16 Internet Fakes That Millions Believed

Diply 3 Jul 2018

As has been said before in various forms, a lie can make it around the world before the truth has pulled on its boots. That has only gotten worse in the age of the internet. The truth can hardly get a sock on, never mind boots.

And by the time truth has finally made it to the scene, a lie might have set up shop and dug itself in, harder to get rid of than ever. That's why we do this — to help finally scrub away some of the internet's most stubborn grime.

1. When this image popped up with the caption,"The only thing you'll ever have to worry about is how to explain it to the kids," tabloids built on it and ran.

Shanghaiist | Shanghaiist

They concocted a story about a man who sued his wife because his children were too ugly. And yeah, an incendiary story like that definitely went viral. One problem: this family doesn't exist. It's an ad for plastic surgery.

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2. Fakery built upon fakery to make The Shed at Dulwich the No. 1 restaurant on TripAdvisor. 

Facebook | The Shed At Dulwich

Of course, the restaurant didn't exist. Oobah Butler, a writer for Vice, made it all up, even going as far as hosting a website and developing a trendy "mood" menu. He had friends and friends of friends far and wide submit glowing reviews, and the fact that it seemed "constantly booked" only fueled a growing fever for The Shed.

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3. Some activists perpetrated a fairly convincing hoax about the Washington Redskins changing their name to the Redhawks in 2018.

Twitter | @redhawksdc

They worked up some fake web pages mimicking major media outlets like Sports Illustrated and ESPN, made up a logo, Facebook and Twitter accounts, and a press release with fake quotes. It was enough that the team had to release a real, official statement denying it all, as well as denying any plans to change the team's name whatsoever.

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4. This refugee's inspiring journey from Senegal to Europe garnered thousands of followers on Instagram before being exposed as phony.

Instagram | @abdoudiouf1993

Turns out, it was all a marketing ploy for a photography festival in Spain. The guy behind the account, Tomas Pena, told the BBC that he likened his campaign to Orson Welles' War of the Worlds broadcast.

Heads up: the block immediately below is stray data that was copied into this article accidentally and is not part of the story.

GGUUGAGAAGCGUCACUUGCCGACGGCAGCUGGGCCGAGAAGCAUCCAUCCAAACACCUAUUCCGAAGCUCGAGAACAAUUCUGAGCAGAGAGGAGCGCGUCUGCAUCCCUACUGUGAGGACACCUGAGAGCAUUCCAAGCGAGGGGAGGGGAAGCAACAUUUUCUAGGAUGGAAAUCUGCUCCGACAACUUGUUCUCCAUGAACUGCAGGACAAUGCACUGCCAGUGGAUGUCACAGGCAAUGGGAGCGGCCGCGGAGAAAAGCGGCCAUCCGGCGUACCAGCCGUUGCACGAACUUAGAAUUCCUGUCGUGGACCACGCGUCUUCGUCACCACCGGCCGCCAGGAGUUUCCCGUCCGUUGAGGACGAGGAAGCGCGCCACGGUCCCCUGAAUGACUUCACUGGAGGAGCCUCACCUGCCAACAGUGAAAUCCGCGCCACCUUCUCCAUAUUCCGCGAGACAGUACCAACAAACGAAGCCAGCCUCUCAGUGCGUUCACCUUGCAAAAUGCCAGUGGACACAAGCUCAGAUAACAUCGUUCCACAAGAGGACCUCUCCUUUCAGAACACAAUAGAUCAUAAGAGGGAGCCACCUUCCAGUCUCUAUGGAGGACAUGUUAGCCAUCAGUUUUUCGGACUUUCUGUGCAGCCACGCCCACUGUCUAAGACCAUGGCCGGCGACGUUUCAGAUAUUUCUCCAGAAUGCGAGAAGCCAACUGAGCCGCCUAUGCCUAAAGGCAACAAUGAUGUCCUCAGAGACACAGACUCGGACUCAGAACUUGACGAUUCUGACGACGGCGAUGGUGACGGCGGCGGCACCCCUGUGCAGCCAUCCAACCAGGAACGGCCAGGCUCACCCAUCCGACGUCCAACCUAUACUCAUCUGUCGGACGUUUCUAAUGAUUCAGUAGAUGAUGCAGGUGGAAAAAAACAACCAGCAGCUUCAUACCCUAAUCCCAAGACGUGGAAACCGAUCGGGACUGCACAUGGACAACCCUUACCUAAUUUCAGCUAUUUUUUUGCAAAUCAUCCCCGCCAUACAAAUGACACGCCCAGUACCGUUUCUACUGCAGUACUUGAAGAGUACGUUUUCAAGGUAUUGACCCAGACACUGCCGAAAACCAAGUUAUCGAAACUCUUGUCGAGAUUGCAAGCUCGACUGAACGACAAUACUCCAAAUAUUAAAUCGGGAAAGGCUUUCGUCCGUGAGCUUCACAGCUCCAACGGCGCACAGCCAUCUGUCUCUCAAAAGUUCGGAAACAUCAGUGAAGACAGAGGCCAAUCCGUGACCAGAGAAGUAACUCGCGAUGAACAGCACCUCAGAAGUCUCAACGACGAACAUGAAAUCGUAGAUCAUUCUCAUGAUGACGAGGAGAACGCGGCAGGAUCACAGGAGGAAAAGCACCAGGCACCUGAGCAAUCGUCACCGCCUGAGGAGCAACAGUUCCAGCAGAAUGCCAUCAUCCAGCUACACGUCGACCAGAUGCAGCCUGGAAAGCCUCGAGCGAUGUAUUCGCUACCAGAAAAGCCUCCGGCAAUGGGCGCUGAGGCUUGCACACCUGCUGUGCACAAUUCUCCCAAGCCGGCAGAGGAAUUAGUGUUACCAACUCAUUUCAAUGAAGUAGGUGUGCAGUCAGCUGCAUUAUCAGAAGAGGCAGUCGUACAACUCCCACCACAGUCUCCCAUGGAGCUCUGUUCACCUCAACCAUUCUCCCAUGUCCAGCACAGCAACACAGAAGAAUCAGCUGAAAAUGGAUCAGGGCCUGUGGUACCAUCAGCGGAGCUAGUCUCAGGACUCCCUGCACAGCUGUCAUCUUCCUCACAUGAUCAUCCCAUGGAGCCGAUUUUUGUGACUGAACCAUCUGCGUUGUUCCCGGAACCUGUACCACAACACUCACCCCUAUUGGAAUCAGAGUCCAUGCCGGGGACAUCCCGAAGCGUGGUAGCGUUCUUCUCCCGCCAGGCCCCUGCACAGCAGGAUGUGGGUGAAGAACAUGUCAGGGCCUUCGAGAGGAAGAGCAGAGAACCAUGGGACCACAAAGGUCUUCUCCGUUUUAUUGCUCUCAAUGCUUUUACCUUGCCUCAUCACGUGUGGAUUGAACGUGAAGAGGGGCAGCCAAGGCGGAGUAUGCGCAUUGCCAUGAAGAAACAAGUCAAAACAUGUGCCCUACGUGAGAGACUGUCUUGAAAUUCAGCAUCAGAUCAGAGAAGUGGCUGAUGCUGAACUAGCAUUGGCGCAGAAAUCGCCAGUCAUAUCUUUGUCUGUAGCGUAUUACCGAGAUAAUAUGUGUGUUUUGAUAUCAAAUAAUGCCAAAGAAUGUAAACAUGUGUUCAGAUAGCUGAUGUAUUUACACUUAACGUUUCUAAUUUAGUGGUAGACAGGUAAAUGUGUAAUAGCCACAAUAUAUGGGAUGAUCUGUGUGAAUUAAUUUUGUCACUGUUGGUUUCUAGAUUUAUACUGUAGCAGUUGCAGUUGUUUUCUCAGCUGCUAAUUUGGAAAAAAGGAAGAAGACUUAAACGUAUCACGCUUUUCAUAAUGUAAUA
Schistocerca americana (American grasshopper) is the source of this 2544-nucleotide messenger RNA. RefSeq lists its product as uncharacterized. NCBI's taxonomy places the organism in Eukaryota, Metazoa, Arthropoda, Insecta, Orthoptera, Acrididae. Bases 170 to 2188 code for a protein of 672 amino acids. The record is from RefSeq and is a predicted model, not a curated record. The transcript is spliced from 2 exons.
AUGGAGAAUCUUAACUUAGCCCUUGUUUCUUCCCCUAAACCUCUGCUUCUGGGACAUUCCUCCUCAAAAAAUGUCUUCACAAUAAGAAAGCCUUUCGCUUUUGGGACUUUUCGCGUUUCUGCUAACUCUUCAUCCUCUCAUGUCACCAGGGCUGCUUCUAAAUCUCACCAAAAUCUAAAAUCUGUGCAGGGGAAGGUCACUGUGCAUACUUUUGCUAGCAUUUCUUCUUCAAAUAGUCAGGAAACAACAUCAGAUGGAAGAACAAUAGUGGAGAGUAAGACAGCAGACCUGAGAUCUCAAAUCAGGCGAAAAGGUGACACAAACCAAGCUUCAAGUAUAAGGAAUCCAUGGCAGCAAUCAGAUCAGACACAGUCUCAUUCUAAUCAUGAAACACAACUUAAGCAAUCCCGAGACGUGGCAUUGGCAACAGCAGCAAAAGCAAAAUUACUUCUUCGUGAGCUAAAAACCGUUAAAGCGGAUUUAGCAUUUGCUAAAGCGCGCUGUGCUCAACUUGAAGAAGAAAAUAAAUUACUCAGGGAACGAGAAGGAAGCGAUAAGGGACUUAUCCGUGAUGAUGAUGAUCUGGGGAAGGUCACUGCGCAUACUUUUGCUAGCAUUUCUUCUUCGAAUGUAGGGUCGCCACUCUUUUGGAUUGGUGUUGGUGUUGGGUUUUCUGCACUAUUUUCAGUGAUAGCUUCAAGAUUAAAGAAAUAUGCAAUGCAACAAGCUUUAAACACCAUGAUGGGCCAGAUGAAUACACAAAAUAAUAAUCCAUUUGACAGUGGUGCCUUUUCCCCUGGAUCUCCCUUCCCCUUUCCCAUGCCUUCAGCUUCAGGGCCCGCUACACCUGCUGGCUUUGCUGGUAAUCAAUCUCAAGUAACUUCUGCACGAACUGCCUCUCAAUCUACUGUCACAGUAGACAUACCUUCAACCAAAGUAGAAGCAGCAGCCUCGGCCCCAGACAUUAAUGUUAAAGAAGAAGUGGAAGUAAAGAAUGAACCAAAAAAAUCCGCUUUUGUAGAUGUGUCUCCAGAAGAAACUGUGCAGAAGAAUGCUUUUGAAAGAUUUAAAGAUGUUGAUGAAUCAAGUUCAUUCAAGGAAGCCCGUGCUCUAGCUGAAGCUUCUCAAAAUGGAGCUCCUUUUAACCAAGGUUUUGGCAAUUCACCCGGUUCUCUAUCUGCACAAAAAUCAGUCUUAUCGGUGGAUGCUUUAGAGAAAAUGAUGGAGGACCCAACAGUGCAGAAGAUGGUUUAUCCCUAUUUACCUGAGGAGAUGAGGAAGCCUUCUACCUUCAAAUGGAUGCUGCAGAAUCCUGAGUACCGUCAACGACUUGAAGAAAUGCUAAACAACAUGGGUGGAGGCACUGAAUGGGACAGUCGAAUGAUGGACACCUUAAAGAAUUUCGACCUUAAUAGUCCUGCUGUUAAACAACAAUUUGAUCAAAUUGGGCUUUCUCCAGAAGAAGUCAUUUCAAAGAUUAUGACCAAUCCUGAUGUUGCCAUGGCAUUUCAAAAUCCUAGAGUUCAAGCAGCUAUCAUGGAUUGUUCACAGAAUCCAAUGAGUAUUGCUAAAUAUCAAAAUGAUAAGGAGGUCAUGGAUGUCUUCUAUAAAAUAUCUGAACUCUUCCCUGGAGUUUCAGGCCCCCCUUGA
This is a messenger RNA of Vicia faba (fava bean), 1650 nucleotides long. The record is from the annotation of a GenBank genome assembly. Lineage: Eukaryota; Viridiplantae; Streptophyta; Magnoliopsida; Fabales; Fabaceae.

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5. Political footballs make wonderful fodder for internet hoaxes, and Time Magazine found itself in the middle of one after someone altered one of their covers to work up a doozy.

Twitter | @ahaveland

The hoax claimed an old Time cover from 1977 had been found predicting an ice age, in contrast to actual warming climates. The real cover story came from a 2007 issue. And apparently this hoax was good enough to make it to President Trump's desk.

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6. Internet fakeries can be vicious and have real-world consequences, like one perpetrated on a French construction firm.

Facebook | VINCI Construction

Vinci SA's share price crashed one day after media picked up a phony story about their CFO being fired over "accounting irregularities worth several billion euros." The perpetrator made a fake web page, fake email address, and fake phone number to fool the press.

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7. It would be amazing to see a real dusting of snow on Egypt's beautiful monuments, and after a real snowfall in Egypt, photos supposedly showing the Sphinx under snow made the rounds on the internet.

Terry Gorski's Blog | Terry Gorski's Blog

However, they weren't the real monuments — these were photos of miniature replicas taken on a snowy day at Japan's Tobu World Square.

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8. If there's any bigger question in the James Bond universe than "Who will be the next Bond?", it's "What will the next Bond movie be called?"